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Big News in the Linux World Today

Novell's stock is up 2.5% on the following news. Thankfully I've been holding 500 shares of it,...and holding,...holdning...holding...seems forever for some good news to rescue it, LOL.

Anyway the good news is the latest release is soon to hit the store shelves for the Novell's SUSE Linux software based on improvements to the SUSE Linux software it inherited by acquiring SUSE Linux.

On the other hand, it seems expensive enough, and for an "open source" type software, that I hardly see how it will compete equally with Microsoft Windows offerings in the retail outlets. The upgrade is about $40 cheaper and the full version is about half of Microsoft's, so maybe it will compete well.

LONDON, LinuxWorld Expo 2004, Oct. 6 /PRNewswire/ -- Novell (Nasdaq: NOVL - News) today announced the November availability of SUSE

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Re: Big News in the Linux World Today

In reply to: Big News in the Linux World Today

One question which I cant seem to get answered. If you go with Linux what happens with the motherboard drivers which are Windows oriented? Also what happens to the onboard audio and video?
I am sure that real Linux heads will have a great time writing their own. But i gave up programming years ago and have no intention of starting in with it at this point in time!

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Motherboard drivers

In reply to: Re: Big News in the Linux World Today

Motherboard drivers are for the particular chips on the motherboard, mainly the controller, any onboard video, and most newer boards will have sound, LAN, modem all integrated on the mobo. I haven't looked at the Linux system in that article, maybe Dave Evans could answer your question, but I'm of the opinion you'd need to get the appropriate package of Linux drivers for each item on the mobo you wished to interface with, and likely item by item. I'm fairly certain the mobo controller chips would be covered,(VIA, Intel, etc.) the ones that might be difficult to interface would be the others integrated on the board.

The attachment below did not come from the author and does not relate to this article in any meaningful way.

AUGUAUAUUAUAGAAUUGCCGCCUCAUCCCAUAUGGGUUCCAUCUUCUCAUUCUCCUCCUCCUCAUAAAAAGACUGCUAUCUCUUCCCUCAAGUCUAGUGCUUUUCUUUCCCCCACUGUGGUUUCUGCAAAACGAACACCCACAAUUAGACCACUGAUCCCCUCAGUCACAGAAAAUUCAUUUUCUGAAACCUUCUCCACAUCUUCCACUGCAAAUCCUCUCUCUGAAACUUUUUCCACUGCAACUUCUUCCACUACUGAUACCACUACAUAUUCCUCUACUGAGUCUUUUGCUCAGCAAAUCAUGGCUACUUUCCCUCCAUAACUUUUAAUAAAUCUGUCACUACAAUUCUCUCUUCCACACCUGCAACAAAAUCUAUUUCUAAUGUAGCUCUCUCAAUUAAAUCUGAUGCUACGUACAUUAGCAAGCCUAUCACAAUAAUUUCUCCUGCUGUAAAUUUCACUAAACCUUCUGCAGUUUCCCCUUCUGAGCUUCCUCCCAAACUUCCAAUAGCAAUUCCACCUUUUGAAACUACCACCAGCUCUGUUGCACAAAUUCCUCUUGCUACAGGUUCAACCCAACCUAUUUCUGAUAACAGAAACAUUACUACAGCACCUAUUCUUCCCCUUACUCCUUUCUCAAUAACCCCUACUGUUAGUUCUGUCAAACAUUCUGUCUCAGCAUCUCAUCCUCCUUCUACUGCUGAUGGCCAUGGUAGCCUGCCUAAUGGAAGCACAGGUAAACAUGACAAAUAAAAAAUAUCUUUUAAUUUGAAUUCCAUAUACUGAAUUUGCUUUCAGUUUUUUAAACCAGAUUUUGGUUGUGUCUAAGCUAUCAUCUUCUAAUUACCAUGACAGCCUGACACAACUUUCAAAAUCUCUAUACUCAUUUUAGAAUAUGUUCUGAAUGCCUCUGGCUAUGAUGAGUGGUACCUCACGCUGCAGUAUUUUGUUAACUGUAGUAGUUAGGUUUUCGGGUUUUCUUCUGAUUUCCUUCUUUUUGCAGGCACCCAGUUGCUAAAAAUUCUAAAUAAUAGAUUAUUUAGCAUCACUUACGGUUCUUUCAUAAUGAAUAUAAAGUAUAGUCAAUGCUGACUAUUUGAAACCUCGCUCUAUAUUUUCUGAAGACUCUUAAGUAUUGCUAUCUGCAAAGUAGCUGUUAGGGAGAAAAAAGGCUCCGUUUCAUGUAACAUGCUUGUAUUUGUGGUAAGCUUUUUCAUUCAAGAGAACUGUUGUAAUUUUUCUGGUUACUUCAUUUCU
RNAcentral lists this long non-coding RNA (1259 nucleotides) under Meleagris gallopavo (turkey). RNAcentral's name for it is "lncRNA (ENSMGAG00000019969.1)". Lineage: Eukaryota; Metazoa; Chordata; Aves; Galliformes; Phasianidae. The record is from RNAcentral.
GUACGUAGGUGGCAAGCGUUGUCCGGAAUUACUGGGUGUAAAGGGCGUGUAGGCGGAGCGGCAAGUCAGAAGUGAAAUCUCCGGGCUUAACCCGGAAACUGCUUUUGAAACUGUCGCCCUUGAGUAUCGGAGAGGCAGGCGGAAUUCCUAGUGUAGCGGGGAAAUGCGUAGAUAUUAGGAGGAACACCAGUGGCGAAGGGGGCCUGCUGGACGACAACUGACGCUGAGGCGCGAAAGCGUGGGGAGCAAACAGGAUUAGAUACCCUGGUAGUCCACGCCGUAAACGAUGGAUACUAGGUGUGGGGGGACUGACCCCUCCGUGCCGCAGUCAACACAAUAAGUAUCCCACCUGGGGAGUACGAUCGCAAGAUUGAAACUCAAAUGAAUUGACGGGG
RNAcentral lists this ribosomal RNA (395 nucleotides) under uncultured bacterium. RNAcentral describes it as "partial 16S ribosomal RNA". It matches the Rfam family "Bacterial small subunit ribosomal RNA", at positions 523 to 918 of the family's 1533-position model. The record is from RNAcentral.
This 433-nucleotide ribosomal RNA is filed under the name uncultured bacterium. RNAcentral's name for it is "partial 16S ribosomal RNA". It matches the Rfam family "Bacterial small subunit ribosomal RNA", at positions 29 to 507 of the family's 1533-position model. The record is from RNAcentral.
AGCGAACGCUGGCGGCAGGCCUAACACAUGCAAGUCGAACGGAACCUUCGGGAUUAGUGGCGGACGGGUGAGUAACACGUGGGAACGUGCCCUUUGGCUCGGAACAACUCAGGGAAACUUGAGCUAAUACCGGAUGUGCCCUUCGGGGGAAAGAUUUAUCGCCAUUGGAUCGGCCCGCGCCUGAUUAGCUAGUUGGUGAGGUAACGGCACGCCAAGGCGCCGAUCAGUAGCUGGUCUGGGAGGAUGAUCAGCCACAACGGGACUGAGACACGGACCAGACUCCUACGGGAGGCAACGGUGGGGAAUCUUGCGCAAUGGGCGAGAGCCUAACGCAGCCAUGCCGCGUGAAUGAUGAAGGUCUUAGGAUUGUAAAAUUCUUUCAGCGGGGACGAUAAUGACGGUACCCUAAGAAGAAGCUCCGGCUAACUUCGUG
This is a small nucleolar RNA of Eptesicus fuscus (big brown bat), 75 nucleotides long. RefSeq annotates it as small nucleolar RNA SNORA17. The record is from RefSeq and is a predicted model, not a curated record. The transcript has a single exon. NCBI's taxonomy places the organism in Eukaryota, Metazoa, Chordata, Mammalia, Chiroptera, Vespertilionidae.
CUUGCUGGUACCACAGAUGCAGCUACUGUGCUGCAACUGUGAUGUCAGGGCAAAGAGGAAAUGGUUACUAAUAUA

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Re: Motherboard drivers: The answer is...

In reply to: Motherboard drivers

...that any prepackaged Linux distribution (SusE, Red Hat, etc.) already has the necessary drivers for the CPU/chipset combination on the mobo. As long as the distro supports the CPU and chipset of a user's computer, there'll be no issues whatsoever about installing Linux to the user's PC.

Remember, the distro installs Linux to a partition that the user creates during the installation. This partition is separate from any Windows partition and is formatted with whatever Linux file system the user desires (ext2, ext3, Reiser FS, etc.) The distro also installs a boot manager either on the hard drive or a floppy to allow access to the desired OS.

As for the cost: When one buys a Linux distribution at a store, you get:

- a precompiled OS;
- a large number of applications;
- the boot manager;
- an installer application;
- help files;
- printed manuals; and,
- some level of free support for the resolution of installation/operation problems.

One can obtain Linux and application software for free from any number of places, but then you must then burn the CD, (possibly) compile the OS kernel, and learn the proper partitioning/installation routines. What commercial distros do is make the partitioning/installation process as automated as Windows users are accustomed to. IMO, SusE and Mandrake are the two best distributions for Linux newbies, as they offer the greatest amount of automation and assistance in the install process and beyond.

Does this help?

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Re: Motherboard drivers: The answer is...

In reply to: Re: Motherboard drivers: The answer is...

Agree with all of that. But when installing I think it's easier to install to an unpartitioned portion of the disk. The installer, on Mandrake and probably just about all the other big ones, will partition and format for you.

Someday, when 1.0 is ready, I'll provide a link to a distribution that forked off of Mandrake, became it's own thing, and is making good progress now but still under development. Heck, if anybody wants the link to the live-cd of it now email me.


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